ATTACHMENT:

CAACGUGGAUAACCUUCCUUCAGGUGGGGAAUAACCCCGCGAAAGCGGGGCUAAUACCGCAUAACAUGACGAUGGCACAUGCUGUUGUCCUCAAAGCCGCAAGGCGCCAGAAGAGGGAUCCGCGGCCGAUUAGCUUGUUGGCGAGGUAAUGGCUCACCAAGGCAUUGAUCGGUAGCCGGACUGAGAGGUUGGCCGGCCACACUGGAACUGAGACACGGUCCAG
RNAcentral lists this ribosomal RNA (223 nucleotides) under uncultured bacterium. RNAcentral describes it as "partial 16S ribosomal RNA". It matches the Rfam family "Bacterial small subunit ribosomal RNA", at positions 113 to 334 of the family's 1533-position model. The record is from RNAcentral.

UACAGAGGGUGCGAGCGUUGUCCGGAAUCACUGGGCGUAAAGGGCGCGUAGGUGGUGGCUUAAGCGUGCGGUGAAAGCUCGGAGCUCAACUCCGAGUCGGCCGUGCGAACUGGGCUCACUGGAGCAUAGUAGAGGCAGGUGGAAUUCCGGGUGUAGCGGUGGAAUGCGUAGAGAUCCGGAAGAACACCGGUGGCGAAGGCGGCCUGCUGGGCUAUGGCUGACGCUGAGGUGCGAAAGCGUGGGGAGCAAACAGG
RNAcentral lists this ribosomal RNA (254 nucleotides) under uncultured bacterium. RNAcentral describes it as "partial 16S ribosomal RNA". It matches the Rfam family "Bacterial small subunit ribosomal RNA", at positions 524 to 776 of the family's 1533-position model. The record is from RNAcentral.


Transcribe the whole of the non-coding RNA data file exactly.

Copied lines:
CAACGUGGAUAACCUUCCUUCAGGUGGGGAAUAACCCCGCGAAAGCGGGGCUAAUACCGCAUAACAUGACGAUGGCACAUGCUGUUGUCCUCAAAGCCGCAAGGCGCCAGAAGAGGGAUCCGCGGCCGAUUAGCUUGUUGGCGAGGUAAUGGCUCACCAAGGCAUUGAUCGGUAGCCGGACUGAGAGGUUGGCCGGCCACACUGGAACUGAGACACGGUCCAG
RNAcentral lists this ribosomal RNA (223 nucleotides) under uncultured bacterium. RNAcentral describes it as "partial 16S ribosomal RNA". It matches the Rfam family "Bacterial small subunit ribosomal RNA", at positions 113 to 334 of the family's 1533-position model. The record is from RNAcentral.

UACAGAGGGUGCGAGCGUUGUCCGGAAUCACUGGGCGUAAAGGGCGCGUAGGUGGUGGCUUAAGCGUGCGGUGAAAGCUCGGAGCUCAACUCCGAGUCGGCCGUGCGAACUGGGCUCACUGGAGCAUAGUAGAGGCAGGUGGAAUUCCGGGUGUAGCGGUGGAAUGCGUAGAGAUCCGGAAGAACACCGGUGGCGAAGGCGGCCUGCUGGGCUAUGGCUGACGCUGAGGUGCGAAAGCGUGGGGAGCAAACAGG
RNAcentral lists this ribosomal RNA (254 nucleotides) under uncultured bacterium. RNAcentral describes it as "partial 16S ribosomal RNA". It matches the Rfam family "Bacterial small subunit ribosomal RNA", at positions 524 to 776 of the family's 1533-position model. The record is from RNAcentral.